Ben Quilty on painting soldiers, asylum seekers and Santa

Speaker Key:

AL              Andrew Leigh

BQ             Ben Quilty


BQ              Was throughout all those special forces, terrible things happened. Because those men were under such intense and ridiculous, sustained pressure for such a long time. With no way of telling their story when they came back here. I think we are responsible for what happened there, all of us. And trying to blame one person for the crimes of all, in my opinion, all of us, is shameful.

AL               Welcome to The Good Life, Andrew Leigh in Conversation. A podcast about living a healthy, happy and ethical life. In this podcast, we seek out wise men and women who have lessons to teach us about living life to the full, with humour, pleasure, meaning and love. We’ll chat with musicians and athletes, CEOs and carers about making the most of this one precious life. If you like this podcast, do take a moment to tell your friends or give us a rating. Now, sit back and enjoy the conversation.

                   Ben Quilty is one of Australia’s leading contemporary painters. His painting of Margaret Olley won the Archibald. He helped teach Myuran Sukumaran to paint in the time before he was executed in Indonesia for drug smuggling. Ben spent a month in Afghanistan embedded with Australian forces.

                   And travelled to refugee camps with Richard Flanagan, coming home to produce a book showing the Syrian war through the eyes of children. His art touches on everything from masculinity to racial identity. Age 48, Ben lives with his wife and two children in the southern highlands of New South Wales. Ben, welcome to The Good Life podcast.

BQ              Thank you for having me on the podcast, Andrew.

AL               You went to school in Kenthurst and had a Torana and at about the same time I went to school in Carlingford and had a Soleka. I feel like I have a window into your childhood. But I reckon you were a bit more of a wild child than me. Is that right?

BQ              I’d love to look deeply into your past, and I would give you a fair assessment of that. Look yes, there was a level of dysfunction, I think, in the suburbs that I grew up with. It’s never been properly acknowledged. And even less understood, I think, and something about possibly having this space. My parents wanted to live in West Pennant Hills. And found a block of land that was infinitely bigger and much cheaper in Kenthurst, which back then was converted farmland.

                   And you would think that, it was a very tranquil and beautiful place to grow up. But the level, as I said, the levels of dysfunction were pretty extraordinary, looking back on it. And that led me to studying feminist theory at the University of Western Sydney, to be honest, to try and understand what the hell was going on in that part of my children.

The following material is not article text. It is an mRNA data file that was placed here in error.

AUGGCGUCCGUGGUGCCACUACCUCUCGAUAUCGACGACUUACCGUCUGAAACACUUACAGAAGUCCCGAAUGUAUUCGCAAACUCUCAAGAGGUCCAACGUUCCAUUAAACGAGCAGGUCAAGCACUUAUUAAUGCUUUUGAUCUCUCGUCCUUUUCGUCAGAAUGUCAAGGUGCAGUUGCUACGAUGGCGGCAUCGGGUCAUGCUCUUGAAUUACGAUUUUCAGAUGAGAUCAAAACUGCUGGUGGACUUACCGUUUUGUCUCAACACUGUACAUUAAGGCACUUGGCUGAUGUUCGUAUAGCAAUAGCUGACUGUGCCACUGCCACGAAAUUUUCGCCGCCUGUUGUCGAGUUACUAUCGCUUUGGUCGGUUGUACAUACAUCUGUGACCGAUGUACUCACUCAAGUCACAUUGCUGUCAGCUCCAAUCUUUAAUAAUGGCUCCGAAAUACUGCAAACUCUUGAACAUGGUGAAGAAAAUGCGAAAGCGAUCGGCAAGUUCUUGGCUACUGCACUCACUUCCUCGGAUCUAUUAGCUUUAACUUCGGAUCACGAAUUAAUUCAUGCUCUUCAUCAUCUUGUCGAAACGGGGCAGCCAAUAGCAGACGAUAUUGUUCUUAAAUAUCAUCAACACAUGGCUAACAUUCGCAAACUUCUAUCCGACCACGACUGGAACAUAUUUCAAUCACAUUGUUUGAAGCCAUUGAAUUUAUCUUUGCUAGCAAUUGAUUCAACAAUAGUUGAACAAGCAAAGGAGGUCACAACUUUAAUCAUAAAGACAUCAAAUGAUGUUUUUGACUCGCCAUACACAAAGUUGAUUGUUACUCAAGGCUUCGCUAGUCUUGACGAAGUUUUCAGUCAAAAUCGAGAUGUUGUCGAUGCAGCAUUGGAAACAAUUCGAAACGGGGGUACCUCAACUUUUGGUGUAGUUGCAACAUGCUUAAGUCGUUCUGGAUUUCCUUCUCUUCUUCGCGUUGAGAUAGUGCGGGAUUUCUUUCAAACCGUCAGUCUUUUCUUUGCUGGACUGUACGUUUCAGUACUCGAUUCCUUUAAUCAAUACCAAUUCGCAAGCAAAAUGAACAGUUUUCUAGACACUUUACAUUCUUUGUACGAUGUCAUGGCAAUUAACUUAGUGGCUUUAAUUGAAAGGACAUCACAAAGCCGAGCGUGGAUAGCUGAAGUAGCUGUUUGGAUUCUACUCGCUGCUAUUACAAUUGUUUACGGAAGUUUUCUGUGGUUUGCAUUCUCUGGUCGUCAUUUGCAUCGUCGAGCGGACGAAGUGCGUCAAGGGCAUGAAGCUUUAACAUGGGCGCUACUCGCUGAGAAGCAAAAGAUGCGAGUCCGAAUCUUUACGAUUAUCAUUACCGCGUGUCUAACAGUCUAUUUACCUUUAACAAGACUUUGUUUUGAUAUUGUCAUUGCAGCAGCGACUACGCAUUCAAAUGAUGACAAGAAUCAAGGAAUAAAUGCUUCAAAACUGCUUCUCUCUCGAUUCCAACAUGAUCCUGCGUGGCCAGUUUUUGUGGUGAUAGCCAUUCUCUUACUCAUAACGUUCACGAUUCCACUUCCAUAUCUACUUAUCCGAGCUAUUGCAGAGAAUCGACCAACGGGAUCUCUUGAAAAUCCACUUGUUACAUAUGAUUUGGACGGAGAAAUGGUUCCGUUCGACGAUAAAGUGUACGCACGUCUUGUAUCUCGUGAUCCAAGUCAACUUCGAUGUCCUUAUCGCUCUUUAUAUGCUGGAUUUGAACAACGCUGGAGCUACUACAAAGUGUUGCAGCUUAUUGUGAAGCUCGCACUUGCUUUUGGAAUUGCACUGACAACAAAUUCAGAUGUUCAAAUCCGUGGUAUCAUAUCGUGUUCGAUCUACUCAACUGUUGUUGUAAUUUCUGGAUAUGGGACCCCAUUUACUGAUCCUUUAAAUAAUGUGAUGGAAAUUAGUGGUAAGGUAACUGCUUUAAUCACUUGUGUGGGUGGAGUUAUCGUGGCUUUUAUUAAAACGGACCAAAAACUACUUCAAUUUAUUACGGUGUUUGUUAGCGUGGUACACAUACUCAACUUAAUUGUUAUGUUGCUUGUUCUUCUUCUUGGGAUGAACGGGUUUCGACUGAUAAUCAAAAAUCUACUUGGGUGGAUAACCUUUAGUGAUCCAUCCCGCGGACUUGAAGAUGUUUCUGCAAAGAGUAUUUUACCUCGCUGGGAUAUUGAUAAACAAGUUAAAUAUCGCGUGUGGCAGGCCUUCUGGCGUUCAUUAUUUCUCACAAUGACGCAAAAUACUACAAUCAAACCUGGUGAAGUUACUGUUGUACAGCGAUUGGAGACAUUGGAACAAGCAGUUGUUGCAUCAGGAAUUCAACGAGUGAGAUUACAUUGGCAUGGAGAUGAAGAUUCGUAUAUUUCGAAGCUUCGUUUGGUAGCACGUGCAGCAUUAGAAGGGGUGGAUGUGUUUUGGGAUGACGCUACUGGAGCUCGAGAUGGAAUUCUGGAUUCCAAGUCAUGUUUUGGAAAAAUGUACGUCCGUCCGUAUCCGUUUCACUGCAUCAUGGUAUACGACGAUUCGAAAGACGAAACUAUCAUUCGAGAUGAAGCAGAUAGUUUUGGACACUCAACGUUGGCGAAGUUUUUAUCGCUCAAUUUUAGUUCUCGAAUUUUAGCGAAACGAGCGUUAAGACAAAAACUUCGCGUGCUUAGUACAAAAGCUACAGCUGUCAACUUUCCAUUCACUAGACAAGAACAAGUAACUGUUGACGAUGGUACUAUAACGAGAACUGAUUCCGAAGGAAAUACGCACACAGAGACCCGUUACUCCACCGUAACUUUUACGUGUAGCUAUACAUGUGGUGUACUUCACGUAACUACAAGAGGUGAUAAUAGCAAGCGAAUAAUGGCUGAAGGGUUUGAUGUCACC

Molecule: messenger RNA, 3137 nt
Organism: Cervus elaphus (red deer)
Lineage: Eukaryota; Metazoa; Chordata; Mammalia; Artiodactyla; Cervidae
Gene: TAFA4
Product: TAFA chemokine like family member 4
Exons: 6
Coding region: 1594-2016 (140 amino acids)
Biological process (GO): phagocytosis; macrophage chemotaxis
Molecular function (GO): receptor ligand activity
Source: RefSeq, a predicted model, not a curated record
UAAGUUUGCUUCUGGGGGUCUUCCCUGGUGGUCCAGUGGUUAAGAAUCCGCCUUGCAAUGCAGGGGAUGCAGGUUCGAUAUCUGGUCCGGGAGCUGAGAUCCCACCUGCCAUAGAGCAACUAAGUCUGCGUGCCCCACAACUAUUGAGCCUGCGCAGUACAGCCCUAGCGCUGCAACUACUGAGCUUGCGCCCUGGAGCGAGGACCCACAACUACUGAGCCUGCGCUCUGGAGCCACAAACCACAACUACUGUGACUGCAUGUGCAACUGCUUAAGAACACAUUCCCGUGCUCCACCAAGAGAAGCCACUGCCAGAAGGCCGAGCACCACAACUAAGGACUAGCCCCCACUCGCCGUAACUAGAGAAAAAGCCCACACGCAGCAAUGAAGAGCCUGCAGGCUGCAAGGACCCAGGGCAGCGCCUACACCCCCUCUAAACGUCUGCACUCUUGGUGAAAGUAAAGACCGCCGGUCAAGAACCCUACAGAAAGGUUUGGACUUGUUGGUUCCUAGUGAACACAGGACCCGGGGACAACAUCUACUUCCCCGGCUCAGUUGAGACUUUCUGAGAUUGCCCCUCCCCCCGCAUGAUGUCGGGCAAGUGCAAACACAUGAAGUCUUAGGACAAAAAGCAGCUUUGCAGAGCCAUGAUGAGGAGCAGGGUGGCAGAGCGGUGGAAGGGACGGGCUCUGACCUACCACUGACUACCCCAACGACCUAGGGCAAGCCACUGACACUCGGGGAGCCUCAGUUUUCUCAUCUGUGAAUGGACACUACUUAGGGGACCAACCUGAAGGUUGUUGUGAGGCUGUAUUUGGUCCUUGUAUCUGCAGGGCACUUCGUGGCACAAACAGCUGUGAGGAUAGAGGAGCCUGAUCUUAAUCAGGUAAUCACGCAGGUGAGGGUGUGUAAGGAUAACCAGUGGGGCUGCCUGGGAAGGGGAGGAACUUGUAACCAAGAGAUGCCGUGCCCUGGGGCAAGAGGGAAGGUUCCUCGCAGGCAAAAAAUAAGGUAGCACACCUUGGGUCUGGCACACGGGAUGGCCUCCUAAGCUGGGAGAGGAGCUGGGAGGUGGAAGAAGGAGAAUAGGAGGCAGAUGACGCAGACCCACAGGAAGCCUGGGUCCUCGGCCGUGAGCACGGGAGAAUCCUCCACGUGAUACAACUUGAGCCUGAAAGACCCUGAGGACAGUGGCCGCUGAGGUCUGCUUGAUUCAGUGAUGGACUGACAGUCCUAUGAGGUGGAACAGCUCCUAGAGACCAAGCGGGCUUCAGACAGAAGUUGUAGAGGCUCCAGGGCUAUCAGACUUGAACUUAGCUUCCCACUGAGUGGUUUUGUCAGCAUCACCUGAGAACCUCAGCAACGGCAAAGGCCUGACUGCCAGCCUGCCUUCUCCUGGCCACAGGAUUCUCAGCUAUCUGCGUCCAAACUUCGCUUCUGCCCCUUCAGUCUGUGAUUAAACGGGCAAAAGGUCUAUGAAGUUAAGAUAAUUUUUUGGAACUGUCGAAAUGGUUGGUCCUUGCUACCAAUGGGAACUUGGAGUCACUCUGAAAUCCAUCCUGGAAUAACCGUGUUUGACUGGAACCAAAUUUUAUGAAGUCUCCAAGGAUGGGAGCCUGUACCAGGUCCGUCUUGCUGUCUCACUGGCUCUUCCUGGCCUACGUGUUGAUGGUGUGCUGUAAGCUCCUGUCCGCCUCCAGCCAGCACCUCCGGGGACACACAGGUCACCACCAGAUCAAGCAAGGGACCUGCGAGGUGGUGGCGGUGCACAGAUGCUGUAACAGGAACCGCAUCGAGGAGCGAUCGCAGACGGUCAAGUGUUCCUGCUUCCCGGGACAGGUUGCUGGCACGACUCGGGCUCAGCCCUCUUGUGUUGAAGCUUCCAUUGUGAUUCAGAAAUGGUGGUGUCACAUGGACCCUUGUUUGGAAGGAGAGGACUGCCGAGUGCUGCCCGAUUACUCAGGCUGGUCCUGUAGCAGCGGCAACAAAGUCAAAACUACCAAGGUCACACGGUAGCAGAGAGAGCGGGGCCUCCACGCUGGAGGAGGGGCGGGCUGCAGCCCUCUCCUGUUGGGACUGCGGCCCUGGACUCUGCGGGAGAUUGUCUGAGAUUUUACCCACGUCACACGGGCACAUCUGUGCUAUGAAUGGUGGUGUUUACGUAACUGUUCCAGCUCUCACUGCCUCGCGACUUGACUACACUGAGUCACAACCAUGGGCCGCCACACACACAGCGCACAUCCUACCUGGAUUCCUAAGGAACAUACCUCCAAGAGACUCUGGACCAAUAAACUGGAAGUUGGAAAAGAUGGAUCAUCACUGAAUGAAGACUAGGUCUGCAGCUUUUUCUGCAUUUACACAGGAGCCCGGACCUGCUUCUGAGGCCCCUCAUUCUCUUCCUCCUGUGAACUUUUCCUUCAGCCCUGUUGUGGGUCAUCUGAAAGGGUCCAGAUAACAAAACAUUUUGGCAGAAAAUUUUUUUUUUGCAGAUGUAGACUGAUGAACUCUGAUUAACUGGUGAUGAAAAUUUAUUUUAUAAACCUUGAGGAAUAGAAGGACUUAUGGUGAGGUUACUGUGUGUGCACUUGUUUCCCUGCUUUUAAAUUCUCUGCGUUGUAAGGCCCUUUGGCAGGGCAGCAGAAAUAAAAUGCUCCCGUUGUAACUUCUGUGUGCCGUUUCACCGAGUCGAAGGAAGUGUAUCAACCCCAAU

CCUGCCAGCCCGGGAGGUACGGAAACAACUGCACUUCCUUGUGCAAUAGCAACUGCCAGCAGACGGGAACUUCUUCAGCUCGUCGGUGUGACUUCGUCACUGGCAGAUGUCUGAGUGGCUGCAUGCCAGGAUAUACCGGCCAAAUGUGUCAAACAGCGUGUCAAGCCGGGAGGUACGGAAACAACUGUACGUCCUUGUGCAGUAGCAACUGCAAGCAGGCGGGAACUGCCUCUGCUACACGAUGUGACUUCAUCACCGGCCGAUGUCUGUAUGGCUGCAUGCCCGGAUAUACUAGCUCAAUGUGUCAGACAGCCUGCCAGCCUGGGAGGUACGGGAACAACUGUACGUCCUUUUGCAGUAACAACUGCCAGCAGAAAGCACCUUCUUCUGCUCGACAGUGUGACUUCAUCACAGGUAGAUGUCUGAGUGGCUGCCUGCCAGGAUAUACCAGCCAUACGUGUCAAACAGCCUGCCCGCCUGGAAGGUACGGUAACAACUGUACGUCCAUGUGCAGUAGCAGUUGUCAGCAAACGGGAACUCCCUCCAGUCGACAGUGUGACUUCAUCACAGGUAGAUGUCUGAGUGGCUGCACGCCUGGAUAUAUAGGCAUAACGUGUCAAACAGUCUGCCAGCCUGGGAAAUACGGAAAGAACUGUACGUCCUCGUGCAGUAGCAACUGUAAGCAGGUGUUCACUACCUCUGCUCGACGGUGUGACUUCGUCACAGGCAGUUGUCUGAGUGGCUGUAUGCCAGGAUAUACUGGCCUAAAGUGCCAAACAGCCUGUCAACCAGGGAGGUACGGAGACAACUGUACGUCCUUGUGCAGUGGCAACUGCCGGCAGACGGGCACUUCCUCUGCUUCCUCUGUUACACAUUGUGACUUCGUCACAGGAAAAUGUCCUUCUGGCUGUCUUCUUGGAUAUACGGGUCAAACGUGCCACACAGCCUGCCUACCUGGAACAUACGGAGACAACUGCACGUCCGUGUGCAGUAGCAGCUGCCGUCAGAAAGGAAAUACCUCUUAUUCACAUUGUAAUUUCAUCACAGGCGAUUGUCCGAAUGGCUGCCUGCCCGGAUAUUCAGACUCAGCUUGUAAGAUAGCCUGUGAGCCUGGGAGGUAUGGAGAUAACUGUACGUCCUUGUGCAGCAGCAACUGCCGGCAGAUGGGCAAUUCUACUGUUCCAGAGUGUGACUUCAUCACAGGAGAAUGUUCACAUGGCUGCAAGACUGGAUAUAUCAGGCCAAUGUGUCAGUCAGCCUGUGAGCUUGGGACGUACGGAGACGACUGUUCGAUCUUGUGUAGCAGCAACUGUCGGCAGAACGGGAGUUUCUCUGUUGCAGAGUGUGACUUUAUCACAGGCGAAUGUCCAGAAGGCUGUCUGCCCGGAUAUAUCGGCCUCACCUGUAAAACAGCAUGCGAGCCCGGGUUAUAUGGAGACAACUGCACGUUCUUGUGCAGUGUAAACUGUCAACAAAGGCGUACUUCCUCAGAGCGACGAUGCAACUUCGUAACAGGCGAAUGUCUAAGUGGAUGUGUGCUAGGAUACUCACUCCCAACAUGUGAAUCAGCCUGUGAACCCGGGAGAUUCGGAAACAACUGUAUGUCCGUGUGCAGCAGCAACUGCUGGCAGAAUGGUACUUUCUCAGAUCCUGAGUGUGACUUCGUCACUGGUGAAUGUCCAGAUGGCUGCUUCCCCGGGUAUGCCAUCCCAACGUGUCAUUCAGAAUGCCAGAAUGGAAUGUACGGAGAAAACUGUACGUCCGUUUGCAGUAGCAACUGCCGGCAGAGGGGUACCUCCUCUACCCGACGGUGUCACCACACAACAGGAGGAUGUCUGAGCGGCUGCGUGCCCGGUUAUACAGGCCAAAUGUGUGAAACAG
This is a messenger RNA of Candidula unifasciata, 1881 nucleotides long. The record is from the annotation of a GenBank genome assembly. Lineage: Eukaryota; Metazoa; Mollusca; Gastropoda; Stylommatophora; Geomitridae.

Very violent high school experience, from religious brothers, from the De La Salle Brothers. Which then generated this violent dysfunction in the boys that I went to school with, but also more broadly in the community then. And I still don’t really have my head around what was happening in that part of the world at that point.

AL               How did your art help you express that? You’d always been somebody who expressed themselves visually, hadn’t you?

BQ              Yes. Look, I was very into music as well. I played piano and cello, and listened to a lot of music. And as you’d know as well as I did, that Guns N' Roses released Appetite for Destruction around the time I was in Year 9. And I thought, it feels like my whole community of young men have a fairly unhealthy appetite for destruction. And that album was very apt. Nirvana, all those bands releasing music.

                   And I remember thinking very early on that my outlet of art was a much healthier way of releasing pressure or tension, or trying to solve, problem-solve, trying to be noticed. People often ask me, when I was a younger man, starting out as an artist, why I didn’t, was I into graffiti?

                   And I probably would have been if there was anything to graffiti on it. There was no footpaths where I grew up, no skate parks, and nothing really to graffiti on. And so yes, art just became a really good vehicle for that. And the more, the older I get, the more I realise that it is the healthiest way for a society or parts of a society to not only announce that they exist, and make people notice and aware of them, but also to let off steam, to release pressure.

                   In times of war, in the Ukraine, the artists there are now really often at the forefront of building morale, of Russian people in Russia arguing against the invasion. They’ve arrested thousands of artist and poets and filmmakers who jointly came out against the war in the Ukraine.

                   It’s a good community to be a part of. And when there’s a time of crisis, like that, or really more broadly now I think around the world, things that are happening, the way the climate is acting on us on the east coast of Australia now, there’s something to make work about here.